The Federal Reserve needs to keep raising borrowing costs to bring high inflation under control, a string of US central bank officials said on Thursday, even as they debated how fast and how high to lift them.
St. Louis Fed President James Bullard, who was among the central bank's earliest advocates last year of a more muscular response to fast-building price pressures, said that given the strength of the economy he is currently leaning toward supporting a third straight 75-basis-point interest rate hike in September.
"I don't really see why you want to drag out interest rate increases into next year," Bullard told the Wall Street Journal, saying he would like to get the Fed's benchmark overnight interest rate to a target range of 3.75% to 4.00% by the end of this year. The Fed's policy rate is currently 2.25%-2.50%.
Earlier on Thursday, San Francisco Fed President Mary Daly said hiking rates by 50 or 75 basis points at the Fed's next policy meeting on Sept. 20-21 would be a "reasonable" way to get short-term borrowing costs to "a little bit above" 3% by the end of this year, and on their way to a little bit higher in 2023.
The exact pace would depend on employment data, which has shown brisk growth in recent months, and inflation, Daly told CNN International. Inflation, by the Fed's preferred measure, is running at more than three times the central bank's 2% target.
With the global economic slowdown acting as a headwind on US growth, she said "we have to take that into consideration as we ensure that we don't overdo policy."
Fresh data on Thursday showing a dip in the number of Americans filing for unemployment benefits last week added to evidence that, save for the fast-cooling housing market, the economy is holding up despite the steepest round of Fed rate hikes since the 1980s.
Investors may get a better read on the Fed's likely actions in coming months next Friday, Aug. 26, when Fed Chair Jerome Powell gives a highly anticipated speech on the economic outlook at the annual global central bankers' conference in Jackson Hole, Wyoming.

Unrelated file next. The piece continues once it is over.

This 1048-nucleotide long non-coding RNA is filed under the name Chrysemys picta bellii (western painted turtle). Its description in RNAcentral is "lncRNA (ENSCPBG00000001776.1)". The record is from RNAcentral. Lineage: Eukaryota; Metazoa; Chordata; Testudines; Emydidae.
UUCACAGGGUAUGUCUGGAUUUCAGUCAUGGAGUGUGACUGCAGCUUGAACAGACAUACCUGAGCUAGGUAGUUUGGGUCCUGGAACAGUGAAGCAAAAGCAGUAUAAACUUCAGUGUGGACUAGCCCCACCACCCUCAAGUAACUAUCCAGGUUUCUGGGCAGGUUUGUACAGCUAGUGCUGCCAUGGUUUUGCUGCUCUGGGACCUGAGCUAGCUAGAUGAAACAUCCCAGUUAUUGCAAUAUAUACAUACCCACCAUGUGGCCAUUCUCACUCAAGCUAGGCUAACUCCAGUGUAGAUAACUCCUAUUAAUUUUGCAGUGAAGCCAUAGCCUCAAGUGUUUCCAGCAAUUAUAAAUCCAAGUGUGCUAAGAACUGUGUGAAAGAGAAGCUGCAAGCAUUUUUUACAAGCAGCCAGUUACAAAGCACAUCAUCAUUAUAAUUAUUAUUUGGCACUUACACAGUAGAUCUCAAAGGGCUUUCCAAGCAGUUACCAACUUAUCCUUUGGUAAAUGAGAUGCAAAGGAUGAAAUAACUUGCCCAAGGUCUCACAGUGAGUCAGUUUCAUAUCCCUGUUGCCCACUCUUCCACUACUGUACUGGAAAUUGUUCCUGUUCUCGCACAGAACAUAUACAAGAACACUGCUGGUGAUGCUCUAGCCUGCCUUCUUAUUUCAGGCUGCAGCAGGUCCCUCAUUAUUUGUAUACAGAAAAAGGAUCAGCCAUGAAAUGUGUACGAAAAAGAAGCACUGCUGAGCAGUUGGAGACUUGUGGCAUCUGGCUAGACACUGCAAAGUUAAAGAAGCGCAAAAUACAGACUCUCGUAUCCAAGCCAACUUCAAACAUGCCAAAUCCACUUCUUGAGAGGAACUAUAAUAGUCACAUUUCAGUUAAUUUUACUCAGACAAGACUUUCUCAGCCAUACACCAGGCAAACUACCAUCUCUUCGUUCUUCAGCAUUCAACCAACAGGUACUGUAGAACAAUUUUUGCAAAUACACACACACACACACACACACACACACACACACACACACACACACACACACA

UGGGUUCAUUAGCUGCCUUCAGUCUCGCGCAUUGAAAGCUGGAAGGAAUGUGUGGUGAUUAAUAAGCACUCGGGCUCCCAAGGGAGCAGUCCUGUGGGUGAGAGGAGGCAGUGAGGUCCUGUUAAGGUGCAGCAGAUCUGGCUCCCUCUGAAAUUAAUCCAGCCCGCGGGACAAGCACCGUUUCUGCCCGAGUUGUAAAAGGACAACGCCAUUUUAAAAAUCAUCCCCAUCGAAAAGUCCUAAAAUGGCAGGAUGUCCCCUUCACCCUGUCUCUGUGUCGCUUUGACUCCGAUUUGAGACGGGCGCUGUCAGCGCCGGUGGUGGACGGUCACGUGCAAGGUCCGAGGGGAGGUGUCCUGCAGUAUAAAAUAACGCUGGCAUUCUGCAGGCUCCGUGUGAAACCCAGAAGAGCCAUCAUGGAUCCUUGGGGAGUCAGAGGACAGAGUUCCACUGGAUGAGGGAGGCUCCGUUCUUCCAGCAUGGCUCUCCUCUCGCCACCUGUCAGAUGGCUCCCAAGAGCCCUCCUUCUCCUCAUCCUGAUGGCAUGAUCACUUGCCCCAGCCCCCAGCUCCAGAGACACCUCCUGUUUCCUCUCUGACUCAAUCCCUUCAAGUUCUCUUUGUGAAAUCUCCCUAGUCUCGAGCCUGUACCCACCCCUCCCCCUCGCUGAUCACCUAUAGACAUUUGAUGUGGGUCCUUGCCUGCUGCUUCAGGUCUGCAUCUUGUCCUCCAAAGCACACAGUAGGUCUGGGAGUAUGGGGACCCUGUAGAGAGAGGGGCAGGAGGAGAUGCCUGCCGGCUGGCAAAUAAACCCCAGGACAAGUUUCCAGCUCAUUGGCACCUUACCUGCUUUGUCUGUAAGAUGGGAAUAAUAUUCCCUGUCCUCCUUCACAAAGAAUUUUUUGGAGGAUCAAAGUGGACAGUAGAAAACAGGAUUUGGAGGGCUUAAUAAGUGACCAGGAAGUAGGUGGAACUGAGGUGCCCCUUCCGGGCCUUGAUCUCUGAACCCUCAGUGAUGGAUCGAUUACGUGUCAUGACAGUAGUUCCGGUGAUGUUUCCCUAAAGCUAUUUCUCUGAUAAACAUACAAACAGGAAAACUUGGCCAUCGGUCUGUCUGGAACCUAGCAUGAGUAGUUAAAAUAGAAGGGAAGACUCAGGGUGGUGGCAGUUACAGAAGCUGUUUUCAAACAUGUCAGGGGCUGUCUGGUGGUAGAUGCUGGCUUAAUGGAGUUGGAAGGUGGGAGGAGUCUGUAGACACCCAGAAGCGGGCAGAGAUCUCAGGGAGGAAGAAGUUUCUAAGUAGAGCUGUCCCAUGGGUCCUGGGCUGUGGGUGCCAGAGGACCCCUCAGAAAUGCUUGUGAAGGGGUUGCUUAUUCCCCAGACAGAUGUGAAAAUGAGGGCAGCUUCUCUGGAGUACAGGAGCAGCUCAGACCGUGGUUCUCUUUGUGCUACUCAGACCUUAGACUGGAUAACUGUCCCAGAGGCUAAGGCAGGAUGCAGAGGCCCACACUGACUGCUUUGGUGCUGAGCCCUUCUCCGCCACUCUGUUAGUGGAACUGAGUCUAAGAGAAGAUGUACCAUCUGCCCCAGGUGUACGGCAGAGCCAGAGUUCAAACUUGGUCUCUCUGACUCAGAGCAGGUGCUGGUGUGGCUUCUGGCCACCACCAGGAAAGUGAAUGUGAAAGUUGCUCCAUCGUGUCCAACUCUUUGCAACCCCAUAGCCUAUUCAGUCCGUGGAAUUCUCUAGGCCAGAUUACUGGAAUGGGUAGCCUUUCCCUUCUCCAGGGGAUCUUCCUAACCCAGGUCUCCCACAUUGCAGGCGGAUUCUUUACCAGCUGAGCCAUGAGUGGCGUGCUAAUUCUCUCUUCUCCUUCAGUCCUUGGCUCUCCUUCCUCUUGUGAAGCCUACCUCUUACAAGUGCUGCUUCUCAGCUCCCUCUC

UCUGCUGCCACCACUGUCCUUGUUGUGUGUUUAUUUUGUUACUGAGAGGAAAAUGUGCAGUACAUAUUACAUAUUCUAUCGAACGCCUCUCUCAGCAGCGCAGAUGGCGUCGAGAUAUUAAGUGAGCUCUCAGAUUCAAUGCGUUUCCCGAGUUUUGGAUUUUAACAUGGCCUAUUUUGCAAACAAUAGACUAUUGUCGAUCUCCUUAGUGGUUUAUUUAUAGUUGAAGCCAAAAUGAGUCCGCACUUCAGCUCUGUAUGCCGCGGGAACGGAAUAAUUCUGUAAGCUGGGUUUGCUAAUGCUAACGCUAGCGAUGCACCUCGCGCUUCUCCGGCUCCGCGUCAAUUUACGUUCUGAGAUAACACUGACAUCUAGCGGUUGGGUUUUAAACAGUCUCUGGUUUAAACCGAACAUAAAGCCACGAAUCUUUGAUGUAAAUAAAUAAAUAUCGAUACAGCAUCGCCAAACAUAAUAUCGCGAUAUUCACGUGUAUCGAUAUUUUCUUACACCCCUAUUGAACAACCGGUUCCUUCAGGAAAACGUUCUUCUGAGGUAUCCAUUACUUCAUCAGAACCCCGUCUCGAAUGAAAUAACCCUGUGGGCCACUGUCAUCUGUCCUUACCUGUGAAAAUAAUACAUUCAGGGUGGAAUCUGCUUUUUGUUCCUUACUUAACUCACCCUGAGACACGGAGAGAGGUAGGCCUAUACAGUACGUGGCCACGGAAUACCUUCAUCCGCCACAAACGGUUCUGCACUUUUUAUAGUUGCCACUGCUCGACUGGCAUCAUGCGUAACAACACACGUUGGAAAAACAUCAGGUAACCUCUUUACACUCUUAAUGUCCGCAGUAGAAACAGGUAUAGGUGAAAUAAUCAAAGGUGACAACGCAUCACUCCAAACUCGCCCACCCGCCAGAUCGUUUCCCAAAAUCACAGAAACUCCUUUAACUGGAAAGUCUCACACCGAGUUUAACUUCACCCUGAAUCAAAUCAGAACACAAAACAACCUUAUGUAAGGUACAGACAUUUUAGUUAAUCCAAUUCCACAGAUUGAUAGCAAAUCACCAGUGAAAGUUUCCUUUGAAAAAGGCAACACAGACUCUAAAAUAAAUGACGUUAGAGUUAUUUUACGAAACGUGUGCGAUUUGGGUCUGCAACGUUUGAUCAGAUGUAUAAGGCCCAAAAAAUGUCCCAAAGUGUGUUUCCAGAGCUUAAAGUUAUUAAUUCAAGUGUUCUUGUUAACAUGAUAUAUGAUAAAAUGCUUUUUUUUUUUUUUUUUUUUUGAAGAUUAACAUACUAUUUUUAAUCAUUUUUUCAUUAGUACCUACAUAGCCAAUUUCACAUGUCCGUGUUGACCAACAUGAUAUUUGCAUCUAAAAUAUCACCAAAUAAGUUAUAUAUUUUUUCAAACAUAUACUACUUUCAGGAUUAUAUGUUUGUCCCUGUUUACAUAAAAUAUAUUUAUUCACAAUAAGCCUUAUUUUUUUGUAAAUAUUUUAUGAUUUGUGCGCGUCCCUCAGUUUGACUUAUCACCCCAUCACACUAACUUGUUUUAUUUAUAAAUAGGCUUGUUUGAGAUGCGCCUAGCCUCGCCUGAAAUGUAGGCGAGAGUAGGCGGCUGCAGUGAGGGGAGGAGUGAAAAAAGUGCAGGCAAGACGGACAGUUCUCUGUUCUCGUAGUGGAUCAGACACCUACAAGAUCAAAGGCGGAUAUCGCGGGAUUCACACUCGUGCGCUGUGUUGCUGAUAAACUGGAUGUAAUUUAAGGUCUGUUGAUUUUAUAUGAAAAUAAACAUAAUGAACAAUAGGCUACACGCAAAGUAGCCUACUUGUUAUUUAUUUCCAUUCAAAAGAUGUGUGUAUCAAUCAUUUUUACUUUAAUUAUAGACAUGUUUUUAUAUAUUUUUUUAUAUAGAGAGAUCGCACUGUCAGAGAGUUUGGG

Powell last month held the door open to another "unusually large" rate hike at the Fed's next meeting, but also said "it likely will become appropriate to slow the pace of increases" to give policymakers time to take stock of how higher borrowing costs are affecting the economy.
Fed officials' remarks Thursday suggest an emerging split in the central bank between those who want to push rates higher quickly, and those who are more cautious because of potential damage to the job market and the risk of a rise in the US unemployment rate, now at 3.5%.
But both Bullard and Daly said they felt that once rates get to a certain level, the Fed will not quickly reverse course. Bullard said market expectations of rate cuts were "definitely premature." Daly said she supported a "raise-and-hold" strategy.
"The worst thing you can have as a business or a consumer is to have rates go up and then come rapidly down... it just causes a lot of caution and uncertainty," Daly said. "I do think we want to not have this idea that we'll have this large hump-shaped rate path where we'll ratchet up really rapidly this year and then cut aggressively next year - that's not what's on my mind."
Trading in futures contracts tied to the Fed's policy rate suggested investors see that rate rising to a range of 3.50%-3.75% by March of next year, but then starting to fall a few months later.
Speaking at a separate event, Kansas City Fed President Esther George said she and her colleagues would continue to debate the question of how fast to raise rates, but that they would not stop tightening policy until they are "completely convinced" that inflation is coming down.
The recent easing of US financial conditions, including a surge in stock prices, may have been based on an overly optimistic sense that inflation was peaking and the pace of interest rate increases was likely to slow, she said.
Minneapolis Fed President Neel Kashkari, the most hawkish of Fed policymakers, said the central bank needs to "urgently" bring down inflation. "The question right now is, can we bring inflation down without triggering a recession?" he said at an event in Wayzata, Minnesota. "And my answer to that question is, I don't know."
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